77 - Western Zen Grows Up and Faces the Koan of Race – Part 2
79 - Buddha's Teachings 10: The Four Foundations of Mindfulness

The Ten Oxherding pictures are a Zen teaching, but many Buddhist practitioners are familiar with the experience of trying to motivate yourself to practice without the rewards of explicit, tangible goals or markers of progress. The oxherding pictures describe – rather than prescribe – stages of practice we go through over a lifetime. They can be inspiring and encouraging as long as you don’t try too hard to evaluate which stage you’re in, or strive to get to the next stage.

 

 

Quicklinks to Content:
The Frustration of Practice Without Tangible, Explicit Goals or Rewards
Progress Is Individual, Non-Linear, and Opportunistic
Oxherding Picture 1: Beginning Practice
Oxherding Pictures 2 & 3: Tasting the Rewards of Practice
Oxherding Pictures 4, 5 & 6: Deepening Our Relationship to the Truth
Oxherding Pictures 7-10: Letting Go of Distinctions and Engaging in the World

 

The Frustration of Practice Without Tangible, Explicit Goals or Rewards

When he was younger, my nephew spent some time training in karate. He was eight when I heard him express some frustration about it. It was fall, and he said, “I haven’t been there for the summer. If I go back now they’ll make me do all the same stuff over again.” He then expressed interest in taking Taekwondo instead, because – according to a friend of his – there you get to do all kinds of neat kicks right off the bat, and you get to progress to higher belt levels more quickly. Apparently, my nephew’s karate dojo was pretty strict; students had to drill in discipline and basic katas for quite a while before going on to showy stuff like sparring.

My nephew was honestly expressing the same kind of frustration many of us feel about our Buddhist practice. Actually, the frustration we can feel in Buddhism may be even worse, because our course of practice isn’t laid out for us anywhere near as clearly as the course of training in a martial art. In most forms of Buddhism, we don’t get to master a particular practice, take a test, and then move on to the “next” practice. We don’t have colored belts or publicly declared levels. While we may acknowledge the equivalent of “black belts” in the form of empowered teachers, it’s not suggested we should all train in order to fulfill that particular role. Instead, we’re asked to do the same basic practices over and over, like a beginner’s karate form, with no end in sight. (Note: There are a few Buddhist lineages that incorporate public and systematic acknowledgement of your progress, or lack of it, on the path of practice; these are primarily lineages that focus on formal koan study, or on Vajrayana empowerments. That may be part of their appeal to some.)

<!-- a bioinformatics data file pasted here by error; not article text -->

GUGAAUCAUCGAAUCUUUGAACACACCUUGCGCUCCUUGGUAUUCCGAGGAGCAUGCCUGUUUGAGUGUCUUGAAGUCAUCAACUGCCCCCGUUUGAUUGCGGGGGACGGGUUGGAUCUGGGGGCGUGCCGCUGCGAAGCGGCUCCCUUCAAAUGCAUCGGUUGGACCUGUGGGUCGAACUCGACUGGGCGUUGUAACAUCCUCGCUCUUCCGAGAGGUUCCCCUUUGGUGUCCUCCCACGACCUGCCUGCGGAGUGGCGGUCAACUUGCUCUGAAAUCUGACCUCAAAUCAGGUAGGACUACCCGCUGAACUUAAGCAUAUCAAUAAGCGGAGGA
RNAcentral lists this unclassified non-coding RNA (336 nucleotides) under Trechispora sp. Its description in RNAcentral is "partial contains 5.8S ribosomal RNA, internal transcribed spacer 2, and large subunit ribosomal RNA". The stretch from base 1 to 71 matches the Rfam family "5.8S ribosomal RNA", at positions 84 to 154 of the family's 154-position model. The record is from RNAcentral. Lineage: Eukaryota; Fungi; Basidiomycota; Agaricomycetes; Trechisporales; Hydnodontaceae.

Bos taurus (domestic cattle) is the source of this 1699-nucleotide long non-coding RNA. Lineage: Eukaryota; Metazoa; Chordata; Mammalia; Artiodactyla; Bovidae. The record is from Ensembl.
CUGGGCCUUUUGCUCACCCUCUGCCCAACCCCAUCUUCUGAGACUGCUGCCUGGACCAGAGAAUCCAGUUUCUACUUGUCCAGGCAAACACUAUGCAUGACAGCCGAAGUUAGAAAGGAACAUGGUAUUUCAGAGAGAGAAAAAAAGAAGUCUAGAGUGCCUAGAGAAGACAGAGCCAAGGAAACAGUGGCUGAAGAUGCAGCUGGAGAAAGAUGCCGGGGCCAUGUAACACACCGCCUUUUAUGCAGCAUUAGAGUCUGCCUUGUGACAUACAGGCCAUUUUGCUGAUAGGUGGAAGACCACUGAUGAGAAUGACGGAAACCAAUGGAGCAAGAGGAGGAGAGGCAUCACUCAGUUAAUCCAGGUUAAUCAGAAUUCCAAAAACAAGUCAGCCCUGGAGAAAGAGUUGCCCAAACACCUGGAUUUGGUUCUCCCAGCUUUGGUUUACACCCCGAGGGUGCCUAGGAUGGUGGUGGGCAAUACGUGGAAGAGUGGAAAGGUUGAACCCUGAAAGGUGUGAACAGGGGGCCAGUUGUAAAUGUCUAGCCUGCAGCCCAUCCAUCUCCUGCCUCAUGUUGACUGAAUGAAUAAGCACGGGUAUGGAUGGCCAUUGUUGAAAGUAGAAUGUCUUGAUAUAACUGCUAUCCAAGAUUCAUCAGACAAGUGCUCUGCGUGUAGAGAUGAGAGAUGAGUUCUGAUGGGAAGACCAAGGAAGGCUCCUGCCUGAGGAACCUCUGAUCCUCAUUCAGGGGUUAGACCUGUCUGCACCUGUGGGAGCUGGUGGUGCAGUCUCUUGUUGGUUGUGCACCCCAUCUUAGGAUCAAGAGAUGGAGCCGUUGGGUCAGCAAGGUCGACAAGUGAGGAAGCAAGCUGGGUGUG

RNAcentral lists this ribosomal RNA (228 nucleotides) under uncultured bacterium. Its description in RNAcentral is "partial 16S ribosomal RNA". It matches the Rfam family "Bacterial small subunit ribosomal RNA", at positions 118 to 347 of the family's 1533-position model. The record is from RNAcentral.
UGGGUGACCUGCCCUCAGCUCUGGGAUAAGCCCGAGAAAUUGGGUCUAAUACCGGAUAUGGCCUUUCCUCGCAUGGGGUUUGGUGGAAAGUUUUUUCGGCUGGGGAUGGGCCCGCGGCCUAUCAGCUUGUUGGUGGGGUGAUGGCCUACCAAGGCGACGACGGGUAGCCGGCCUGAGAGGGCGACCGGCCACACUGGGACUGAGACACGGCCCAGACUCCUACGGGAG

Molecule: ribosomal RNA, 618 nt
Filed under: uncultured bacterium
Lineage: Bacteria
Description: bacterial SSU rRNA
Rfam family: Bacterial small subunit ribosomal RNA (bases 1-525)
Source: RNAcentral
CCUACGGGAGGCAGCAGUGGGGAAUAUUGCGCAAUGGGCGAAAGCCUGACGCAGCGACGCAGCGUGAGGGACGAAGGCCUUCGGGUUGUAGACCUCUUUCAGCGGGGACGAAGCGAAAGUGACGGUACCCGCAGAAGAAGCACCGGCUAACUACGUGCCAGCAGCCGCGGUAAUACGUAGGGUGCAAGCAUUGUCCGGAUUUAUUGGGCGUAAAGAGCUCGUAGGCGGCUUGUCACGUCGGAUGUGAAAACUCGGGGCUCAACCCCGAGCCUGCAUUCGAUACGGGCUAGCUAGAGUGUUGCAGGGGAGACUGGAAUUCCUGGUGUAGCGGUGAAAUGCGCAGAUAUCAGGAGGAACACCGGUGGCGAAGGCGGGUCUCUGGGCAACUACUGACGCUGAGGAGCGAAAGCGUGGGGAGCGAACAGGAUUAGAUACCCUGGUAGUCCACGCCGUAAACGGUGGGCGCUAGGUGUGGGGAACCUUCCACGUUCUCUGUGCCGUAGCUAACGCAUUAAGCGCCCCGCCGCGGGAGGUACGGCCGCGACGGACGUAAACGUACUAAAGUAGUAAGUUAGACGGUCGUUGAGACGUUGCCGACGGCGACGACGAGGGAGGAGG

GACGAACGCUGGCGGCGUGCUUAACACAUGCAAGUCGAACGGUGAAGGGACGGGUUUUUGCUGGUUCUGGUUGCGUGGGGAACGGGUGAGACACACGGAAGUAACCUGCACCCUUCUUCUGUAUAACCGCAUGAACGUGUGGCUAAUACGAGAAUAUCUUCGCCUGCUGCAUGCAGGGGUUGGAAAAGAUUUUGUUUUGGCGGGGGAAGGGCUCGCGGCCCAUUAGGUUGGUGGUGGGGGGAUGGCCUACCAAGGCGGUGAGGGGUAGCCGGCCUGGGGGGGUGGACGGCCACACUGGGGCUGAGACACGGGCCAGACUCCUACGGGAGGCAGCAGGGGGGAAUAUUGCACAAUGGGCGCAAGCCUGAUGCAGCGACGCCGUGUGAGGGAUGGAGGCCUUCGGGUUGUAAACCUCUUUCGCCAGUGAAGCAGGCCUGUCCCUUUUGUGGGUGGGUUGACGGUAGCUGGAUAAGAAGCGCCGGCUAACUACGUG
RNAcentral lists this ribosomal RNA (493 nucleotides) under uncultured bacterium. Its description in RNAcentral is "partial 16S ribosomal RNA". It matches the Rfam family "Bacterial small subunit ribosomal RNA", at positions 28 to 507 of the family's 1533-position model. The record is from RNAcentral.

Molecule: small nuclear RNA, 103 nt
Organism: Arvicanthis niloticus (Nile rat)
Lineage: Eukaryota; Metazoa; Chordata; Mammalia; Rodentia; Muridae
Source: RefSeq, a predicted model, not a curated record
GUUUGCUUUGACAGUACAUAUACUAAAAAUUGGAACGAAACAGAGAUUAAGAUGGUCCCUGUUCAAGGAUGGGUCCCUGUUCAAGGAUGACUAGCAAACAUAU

Most of us, though, get no clear course of training and no external affirmations of whether we are doing it right, progressing, or achieving anything. How can we maintain our focus and motivation in Buddhist practice? In Mahayana Buddhism especially, we’re taught to give up petty ideas about attainment and to realize there is no place to go other than right here. In essence, we are asked to patiently and diligently apply ourselves to a demanding and repetitive practice, and… well, that’s it. Sit zazen regularly and do your best to act morally and unselfishly. Year and year, decade after decade. There’s nobility in this kind of goalless patience and diligence, but how realistic is it to expect it from Buddhist practitioners who don’t have their black belts yet? After all, goallessness is a goal, not something that comes easily (unless you are actually just uninspired).

Hopefully we feel some benefits from our Buddhist practice, because this can help us keep up with it. Yet even this can become limiting. If we make our dedication to practice dependent on apparent benefits – such as a sense that our meditation is becoming more still over time, or we feel calmer throughout the day – then our practice may stagnate or wane when no new or substantial benefits are appearing. We also may be inclined to only put into practice the time and energy that seems reasonable compared with its associated payoff. For example, if the only benefit of our practice is feeling a little calmer throughout the day, then it might be worth… maybe… one night of sangha practice plus 2-3 meditation sessions at home during the week. Maybe more, maybe less, but we base the amount we put into practice on the amount we get out of it.

Progress Is Individual, Non-Linear, and Opportunistic